Yesterday (November 28), Metallica surprised the world with the unveiling of a new album, 72 Seasons, and its debut single, Lux Æterna.
The artwork for the metal titans’ new record depicts a broken crib and a number of charred possessions, reflecting its title – the 72 seasons, or first 18 years of our lives that form our selves, and the subsequent breaking free of that narrative. Cool concept, but one thing’s been bugging us: what the heck is the burned-up electric guitar on the cover?
Admittedly, there are very few clues. From what remains of the torched body, we can determine it’s a Strat-style guitar – but that’s no Fender headstock. In fact, the headstock is the only clue we have, and even that’s half in shadow from the crib above.
Yet from the limited evidence in front of us, we’ve determined the guitar could well be a late-’80s Fernandes LE-1 Strat copy – and as hardcore Metallica fans will know, that adds a whole new level of meaning to the album cover.
Founded in Japan in 1969, Fernandes was initially famed for its cheap replicas of Strat and Les Paul-style guitars, which offered guitarists cut-price versions of popular designs before the likes of Squier and Epiphone made it big with officially licensed budget Fender and Gibson instruments.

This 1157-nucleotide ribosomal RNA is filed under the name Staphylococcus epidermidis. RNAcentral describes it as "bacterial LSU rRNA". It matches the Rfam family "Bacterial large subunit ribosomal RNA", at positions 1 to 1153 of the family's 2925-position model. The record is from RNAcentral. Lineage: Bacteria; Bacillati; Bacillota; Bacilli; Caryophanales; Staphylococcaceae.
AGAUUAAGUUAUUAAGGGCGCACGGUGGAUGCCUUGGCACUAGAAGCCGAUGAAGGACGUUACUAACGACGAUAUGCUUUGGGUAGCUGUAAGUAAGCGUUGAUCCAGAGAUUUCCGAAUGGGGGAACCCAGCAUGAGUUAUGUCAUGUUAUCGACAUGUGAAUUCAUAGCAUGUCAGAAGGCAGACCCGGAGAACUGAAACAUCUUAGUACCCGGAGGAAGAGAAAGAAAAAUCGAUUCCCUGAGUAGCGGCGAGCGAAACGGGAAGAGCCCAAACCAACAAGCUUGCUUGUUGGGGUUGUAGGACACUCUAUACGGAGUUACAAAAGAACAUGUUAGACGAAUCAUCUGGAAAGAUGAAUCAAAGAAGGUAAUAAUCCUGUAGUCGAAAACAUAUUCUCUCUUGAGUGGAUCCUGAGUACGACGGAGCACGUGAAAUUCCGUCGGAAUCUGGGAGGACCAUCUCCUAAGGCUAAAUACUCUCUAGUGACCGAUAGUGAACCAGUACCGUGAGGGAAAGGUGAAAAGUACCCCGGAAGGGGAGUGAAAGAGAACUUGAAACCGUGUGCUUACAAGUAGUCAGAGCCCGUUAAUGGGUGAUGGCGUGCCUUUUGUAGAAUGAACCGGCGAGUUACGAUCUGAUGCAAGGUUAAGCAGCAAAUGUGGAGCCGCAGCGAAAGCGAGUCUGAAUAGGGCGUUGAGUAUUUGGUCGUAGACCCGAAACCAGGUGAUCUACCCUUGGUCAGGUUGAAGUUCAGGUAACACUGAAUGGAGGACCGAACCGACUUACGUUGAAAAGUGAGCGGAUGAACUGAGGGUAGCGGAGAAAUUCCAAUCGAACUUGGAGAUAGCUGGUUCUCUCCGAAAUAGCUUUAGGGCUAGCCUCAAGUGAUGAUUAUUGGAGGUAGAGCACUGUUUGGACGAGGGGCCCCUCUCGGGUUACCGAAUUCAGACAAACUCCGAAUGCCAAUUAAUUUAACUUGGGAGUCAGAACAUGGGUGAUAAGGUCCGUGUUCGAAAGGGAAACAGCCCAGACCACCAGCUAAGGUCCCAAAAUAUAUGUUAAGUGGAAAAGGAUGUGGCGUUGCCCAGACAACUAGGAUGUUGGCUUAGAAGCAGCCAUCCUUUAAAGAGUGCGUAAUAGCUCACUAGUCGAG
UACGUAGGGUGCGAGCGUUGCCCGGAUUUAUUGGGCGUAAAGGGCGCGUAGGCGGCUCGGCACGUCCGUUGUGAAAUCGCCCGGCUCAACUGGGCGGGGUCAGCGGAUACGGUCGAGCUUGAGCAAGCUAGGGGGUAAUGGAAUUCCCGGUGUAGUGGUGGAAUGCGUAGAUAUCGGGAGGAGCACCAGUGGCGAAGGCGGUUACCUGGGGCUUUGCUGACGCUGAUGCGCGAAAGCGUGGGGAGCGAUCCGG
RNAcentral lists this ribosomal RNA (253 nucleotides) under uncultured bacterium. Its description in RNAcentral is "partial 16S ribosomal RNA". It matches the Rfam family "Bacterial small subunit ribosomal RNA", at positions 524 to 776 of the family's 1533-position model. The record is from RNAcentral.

In the early-’80s, Kirk Hammett got his hands on a Fernandes FST-13, which was essentially a Strat copy with EMG single coils and a double-locking tremolo system – it was nicknamed ‘Edna’ and featured on the cover of The $5.98 E.P.: Garage Days Re-Revisited.
In fact, back when Metallica went to record Ride the Lightning, he owned just three guitars: a red Flying V with a white pickguard, a red Fernandes FST-65 and Edna.
Early-’80s Fernandes models like Hammett’s had headstocks extremely close in shape to Fender instruments, but legal tussles saw the contours smooth out in the late-’80s to be closer to the instrument that may or may not grace 72 Seasons – see our comparison below.
And just to add further, ahem, fuel to this theory, Robert Trujillo was also a frequent Fernandes bass player in and out of Metallica – and, at one point, a fully fledged endorsee of the brand.
If that is indeed a Fernandes guitar on the album’s cover, it adds an extra level of meaning to 72 Seasons, paying homage to Kirk’s beloved and long since retired Edna, and Metallica’s early days in general.
It also makes us question how our early instruments can shape our playing experience further down the line, and even how our teenage listening and practicing habits can determine our musical approach for the rest of our lives.
Of course, we could be completely wrong on all counts – hell, it could just be a coincidence – but it’s a fun theory, right? Come on, Metallica, put us out of our misery…